• 6.  RE: DDOS protocol violation: NDPv6:invalid-hop-limit
    Best Answer

    Posted 09-11-2018 21:48

    Hi David,

     

    Please configure below it will allow the flow detection:

     

    set system ddos-protection protocols ndpv6 invalid-hop-limit flow-level-detection physical-interface on

    set system ddos-protection protocols ndpv6 invalid-hop-limit flow-level-detection logical-interface on

     

    then check the culprit flows 

    show ddos-protection protocols pppoe culprit-flows

     



  • 7.  RE: DDOS protocol violation: NDPv6:invalid-hop-limit

    Posted 09-12-2018 11:47

    Yes, thanks, this:

     

    set system ddos-protection protocols ndpv6 invalid-hop-limit flow-level-detection physical-interface on
    
    set system ddos-protection protocols ndpv6 invalid-hop-limit flow-level-detection logical-interface on
    
    

    did appear to be the magic incantation.

    After that, the culprit-flows and violation statistics weren't really any different:

    {master}
    r10b> show ddos-protection protocols ndpv6 culprit-flows
    Currently tracked flows: 0, Total detected flows: 2
    
    {master}
    r10b> show ddos-protection protocols violations
    Packet types: 225, Currently violated: 0
    

    But the logs did show more detailed information, including the source interface!

    Sep 12 18:24:41  r10b jddosd[39401]: DDOS_SCFD_FLOW_FOUND: A new flow of protocol NDPv6:invalid-hop-limit on irb.10 with source addr -- -- -- is found at 2018-09-12 18:24:38 UTC
    Sep 12 18:24:41  r10b jddosd[39401]: DDOS_SCFD_FLOW_FOUND: A new flow of protocol NDPv6:invalid-hop-limit on xe-0/0/2 with source addr -- -- -- is found at 2018-09-12 18:24:38 UTC
    Sep 12 18:25:41  r10b jddosd[39401]: DDOS_SCFD_FLOW_RETURN_NORMAL: A flow of protocol NDPv6:invalid-hop-limit on irb.10 with source addr -- -- -- returned normal and is removed from monitoring. Found at 2018-09-12 18:24:38 UTC, last observed at 2018-09-12 18:24:40 UTC
    Sep 12 18:25:41  r10b jddosd[39401]: DDOS_SCFD_FLOW_RETURN_NORMAL: A flow of protocol NDPv6:invalid-hop-limit on xe-0/0/2 with source addr -- -- -- returned normal and is removed from monitoring. Found at 2018-09-12 18:24:38 UTC, last observed at 2018-09-12 18:24:40 UTC
    

    That's a huge help!

    That interface is to a public exchange point LAN, so our next step would be to identify which other participant is the culprit, probably by finding out the hardware MAC address. 

    Any idea why the source address is reporting as -- -- -- ?

    Or would I be better off starting to learn how packet sampling and the DDOS protection feature interact? 🙂

     



  • 8.  RE: DDOS protocol violation: NDPv6:invalid-hop-limit

    Posted 09-12-2018 19:09

    Hi David,

     

    In this type of traffic source ip/destination ip is not printed, hence the source address is reporting as "----".

    you may filter the traffic on interfaces mentioned in logs to get more details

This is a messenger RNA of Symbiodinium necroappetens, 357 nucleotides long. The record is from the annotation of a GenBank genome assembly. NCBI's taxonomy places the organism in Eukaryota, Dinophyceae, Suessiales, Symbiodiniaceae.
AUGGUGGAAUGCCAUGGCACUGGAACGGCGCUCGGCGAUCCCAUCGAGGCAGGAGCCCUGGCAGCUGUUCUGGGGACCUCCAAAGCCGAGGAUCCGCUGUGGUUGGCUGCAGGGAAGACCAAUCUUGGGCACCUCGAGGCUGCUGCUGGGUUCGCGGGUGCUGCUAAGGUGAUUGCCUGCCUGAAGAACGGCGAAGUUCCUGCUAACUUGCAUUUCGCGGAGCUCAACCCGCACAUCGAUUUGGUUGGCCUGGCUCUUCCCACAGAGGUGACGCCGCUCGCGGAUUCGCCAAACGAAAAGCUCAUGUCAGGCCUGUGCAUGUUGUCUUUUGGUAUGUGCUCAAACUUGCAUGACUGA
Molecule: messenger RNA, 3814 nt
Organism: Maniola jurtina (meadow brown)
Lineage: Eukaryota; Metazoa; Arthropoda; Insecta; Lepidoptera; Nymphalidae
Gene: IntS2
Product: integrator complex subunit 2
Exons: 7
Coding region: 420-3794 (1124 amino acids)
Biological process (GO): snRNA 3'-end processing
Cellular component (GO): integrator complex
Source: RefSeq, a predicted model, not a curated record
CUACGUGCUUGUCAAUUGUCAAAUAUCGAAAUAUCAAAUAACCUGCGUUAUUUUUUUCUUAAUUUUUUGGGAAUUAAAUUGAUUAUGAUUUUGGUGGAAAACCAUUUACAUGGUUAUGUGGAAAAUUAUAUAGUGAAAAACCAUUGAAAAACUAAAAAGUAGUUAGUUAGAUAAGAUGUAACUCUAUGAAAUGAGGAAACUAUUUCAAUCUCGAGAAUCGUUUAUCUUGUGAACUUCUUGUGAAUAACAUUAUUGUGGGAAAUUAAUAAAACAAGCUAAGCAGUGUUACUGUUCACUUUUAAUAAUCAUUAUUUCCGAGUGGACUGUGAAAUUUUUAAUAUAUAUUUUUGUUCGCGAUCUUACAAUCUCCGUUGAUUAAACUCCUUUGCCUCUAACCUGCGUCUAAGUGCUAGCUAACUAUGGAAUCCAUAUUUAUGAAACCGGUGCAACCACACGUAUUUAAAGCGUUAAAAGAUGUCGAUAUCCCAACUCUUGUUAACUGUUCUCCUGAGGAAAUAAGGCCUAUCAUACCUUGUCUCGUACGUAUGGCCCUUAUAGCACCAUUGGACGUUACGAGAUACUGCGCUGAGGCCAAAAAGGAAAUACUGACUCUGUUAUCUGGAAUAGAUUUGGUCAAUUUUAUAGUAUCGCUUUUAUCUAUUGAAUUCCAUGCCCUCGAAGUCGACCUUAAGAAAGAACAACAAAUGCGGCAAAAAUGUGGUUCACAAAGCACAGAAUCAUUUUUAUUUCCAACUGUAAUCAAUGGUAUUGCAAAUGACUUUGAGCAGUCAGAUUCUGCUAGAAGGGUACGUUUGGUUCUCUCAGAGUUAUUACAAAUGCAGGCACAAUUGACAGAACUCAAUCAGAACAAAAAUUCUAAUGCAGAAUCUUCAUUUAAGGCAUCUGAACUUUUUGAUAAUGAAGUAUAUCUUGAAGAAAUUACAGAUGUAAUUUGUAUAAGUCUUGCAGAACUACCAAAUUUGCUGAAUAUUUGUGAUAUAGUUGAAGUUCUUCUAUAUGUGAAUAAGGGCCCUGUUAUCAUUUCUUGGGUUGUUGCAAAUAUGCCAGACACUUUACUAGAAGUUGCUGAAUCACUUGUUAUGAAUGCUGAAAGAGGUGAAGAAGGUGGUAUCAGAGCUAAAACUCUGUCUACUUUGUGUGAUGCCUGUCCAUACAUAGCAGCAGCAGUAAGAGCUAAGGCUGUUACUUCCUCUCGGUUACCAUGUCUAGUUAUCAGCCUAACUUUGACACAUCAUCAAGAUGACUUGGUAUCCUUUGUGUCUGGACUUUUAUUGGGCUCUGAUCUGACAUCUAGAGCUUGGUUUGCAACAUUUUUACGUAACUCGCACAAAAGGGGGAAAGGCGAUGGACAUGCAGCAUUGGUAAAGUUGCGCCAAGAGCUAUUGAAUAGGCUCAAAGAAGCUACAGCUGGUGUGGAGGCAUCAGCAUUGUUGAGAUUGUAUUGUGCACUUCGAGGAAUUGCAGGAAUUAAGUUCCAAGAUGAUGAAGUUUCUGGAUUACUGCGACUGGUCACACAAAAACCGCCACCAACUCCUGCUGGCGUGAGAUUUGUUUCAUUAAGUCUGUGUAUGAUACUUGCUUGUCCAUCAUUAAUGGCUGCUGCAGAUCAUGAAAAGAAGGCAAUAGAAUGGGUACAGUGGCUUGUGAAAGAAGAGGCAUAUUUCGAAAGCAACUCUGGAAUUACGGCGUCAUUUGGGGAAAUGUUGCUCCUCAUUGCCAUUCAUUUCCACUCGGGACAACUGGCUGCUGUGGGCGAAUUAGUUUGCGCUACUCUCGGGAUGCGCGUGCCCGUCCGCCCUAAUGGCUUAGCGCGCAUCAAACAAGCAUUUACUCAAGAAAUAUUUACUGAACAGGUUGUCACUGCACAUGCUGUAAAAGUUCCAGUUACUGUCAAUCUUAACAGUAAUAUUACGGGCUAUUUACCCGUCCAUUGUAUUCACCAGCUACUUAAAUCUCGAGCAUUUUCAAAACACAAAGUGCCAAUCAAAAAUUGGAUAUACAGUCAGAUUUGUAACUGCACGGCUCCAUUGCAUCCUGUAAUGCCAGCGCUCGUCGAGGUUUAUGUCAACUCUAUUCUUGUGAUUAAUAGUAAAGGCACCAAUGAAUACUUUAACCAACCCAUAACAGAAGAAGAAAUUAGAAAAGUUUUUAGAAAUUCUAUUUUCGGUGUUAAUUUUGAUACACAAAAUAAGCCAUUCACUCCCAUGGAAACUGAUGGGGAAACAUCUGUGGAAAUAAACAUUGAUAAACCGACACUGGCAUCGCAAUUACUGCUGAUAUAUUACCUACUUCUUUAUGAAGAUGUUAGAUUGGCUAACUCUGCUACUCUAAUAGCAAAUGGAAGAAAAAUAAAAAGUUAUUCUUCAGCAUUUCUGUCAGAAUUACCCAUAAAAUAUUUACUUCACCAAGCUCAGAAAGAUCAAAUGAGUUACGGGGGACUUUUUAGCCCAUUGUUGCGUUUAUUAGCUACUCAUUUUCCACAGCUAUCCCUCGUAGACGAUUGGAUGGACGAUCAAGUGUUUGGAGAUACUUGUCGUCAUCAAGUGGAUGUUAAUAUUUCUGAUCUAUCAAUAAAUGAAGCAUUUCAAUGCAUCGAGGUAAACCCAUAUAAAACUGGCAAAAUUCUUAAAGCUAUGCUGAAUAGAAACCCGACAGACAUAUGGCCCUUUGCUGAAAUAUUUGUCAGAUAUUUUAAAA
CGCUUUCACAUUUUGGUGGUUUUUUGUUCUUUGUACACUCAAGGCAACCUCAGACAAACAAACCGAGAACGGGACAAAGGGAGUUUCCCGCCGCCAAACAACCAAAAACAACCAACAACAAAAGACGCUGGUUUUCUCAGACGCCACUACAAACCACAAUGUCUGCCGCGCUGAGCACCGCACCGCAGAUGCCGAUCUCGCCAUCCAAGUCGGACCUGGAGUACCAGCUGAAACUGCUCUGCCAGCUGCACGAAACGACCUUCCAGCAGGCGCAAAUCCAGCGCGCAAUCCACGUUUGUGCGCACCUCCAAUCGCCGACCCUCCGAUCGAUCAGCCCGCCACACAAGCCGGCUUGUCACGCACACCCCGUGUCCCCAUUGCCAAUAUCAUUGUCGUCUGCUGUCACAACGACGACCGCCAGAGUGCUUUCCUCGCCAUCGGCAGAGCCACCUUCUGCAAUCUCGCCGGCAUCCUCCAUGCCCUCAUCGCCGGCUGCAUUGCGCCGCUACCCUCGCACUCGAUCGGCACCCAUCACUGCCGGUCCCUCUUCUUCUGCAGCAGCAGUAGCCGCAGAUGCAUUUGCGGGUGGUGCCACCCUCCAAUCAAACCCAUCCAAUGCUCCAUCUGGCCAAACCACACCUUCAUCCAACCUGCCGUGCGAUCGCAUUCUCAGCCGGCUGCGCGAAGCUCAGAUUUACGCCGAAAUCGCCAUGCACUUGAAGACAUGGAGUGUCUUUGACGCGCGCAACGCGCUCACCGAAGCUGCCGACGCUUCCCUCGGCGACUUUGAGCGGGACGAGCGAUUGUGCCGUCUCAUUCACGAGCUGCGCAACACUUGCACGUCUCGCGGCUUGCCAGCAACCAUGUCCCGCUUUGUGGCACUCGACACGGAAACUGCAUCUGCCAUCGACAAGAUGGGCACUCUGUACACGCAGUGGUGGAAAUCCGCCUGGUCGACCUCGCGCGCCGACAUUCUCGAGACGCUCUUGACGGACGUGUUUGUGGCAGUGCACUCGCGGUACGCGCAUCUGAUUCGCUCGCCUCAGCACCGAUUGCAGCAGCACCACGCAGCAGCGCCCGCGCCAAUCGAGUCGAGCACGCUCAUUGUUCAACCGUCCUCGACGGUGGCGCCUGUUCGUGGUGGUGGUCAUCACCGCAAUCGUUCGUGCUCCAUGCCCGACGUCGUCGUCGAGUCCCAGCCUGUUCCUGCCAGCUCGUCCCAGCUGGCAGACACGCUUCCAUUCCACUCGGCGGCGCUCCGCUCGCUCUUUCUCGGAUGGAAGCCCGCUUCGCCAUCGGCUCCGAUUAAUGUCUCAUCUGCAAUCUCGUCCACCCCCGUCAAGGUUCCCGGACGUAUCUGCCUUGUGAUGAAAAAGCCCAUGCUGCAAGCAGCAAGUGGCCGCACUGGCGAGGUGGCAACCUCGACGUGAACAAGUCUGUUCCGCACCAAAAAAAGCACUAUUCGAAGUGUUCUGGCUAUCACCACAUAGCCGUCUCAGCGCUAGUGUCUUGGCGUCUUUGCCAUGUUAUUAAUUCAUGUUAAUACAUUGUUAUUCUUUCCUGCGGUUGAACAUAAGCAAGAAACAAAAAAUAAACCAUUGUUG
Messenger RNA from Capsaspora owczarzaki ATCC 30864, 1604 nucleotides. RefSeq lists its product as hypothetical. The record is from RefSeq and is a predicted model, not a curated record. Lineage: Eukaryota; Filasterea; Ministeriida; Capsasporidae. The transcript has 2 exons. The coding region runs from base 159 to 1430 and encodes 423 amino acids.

Refer below KB for configuring ddos-protection flow detection for future referance:

    https://kb.juniper.net/InfoCenter/index?page=content&id=KB29408

     

    Please refer velow link for more detail on "DDOS_SCFD_FLOW" logs.

    https://www.juniper.net/documentation/en_US/junos/topics/concept/subscriber-management-scfd-overview.html

     

    ******

    If my reply is helpful, please mark solution as accepted.

     



  • 9.  RE: DDOS protocol violation: NDPv6:invalid-hop-limit

    Posted 11-07-2018 09:31

    I'm having this problem as well. For example:

    Nov  7 08:01:02  routera jddosd[18562]: DDOS_PROTOCOL_VIOLATION_CLEAR: INFO: Host-bound traffic for protocol/exception NDPv6:invalid-hop-limit has returned to normal. Its allowed bandwith was exceeded at fpc 5 for 133 times, from 2018-11-07 07:52:12 MST to 2018-11-07 07:56:02 MST

    I get a lot of these. But only on the VRRP master, none on the VRRP backup. Does anyone know why?

    My question is: How do I find these actual packets? I used the link above to log traffic (changing icmp to icmpv6), but it doesn't show me what I want to see. I think what I want to see is an NDPv6 packets with a hop limit of less than 255 right?

    If so, I did a packet trace like this:

    monitor traffic interface ae3 matching icmpv6 write-file /var/tmp/icmpv6.pcap

    Then I opened it in wireshark and applied this filter:

    !ipv6.hlim==255 && icmpv6.type==135

    And I get nothing. There are plenty of NDPv6 packets in the trace. Is it possible that the router itself is decrementing the ttl and then the policer reports it? This would be a bug I guess.

    I opened a Juniper case and the solution was to just filter out stuff without a ttl of 255:

    https://kb.juniper.net/InfoCenter/index?page=content&id=JSA10749

    I'd rather see the actual culprit with my own eyes. Can someone help?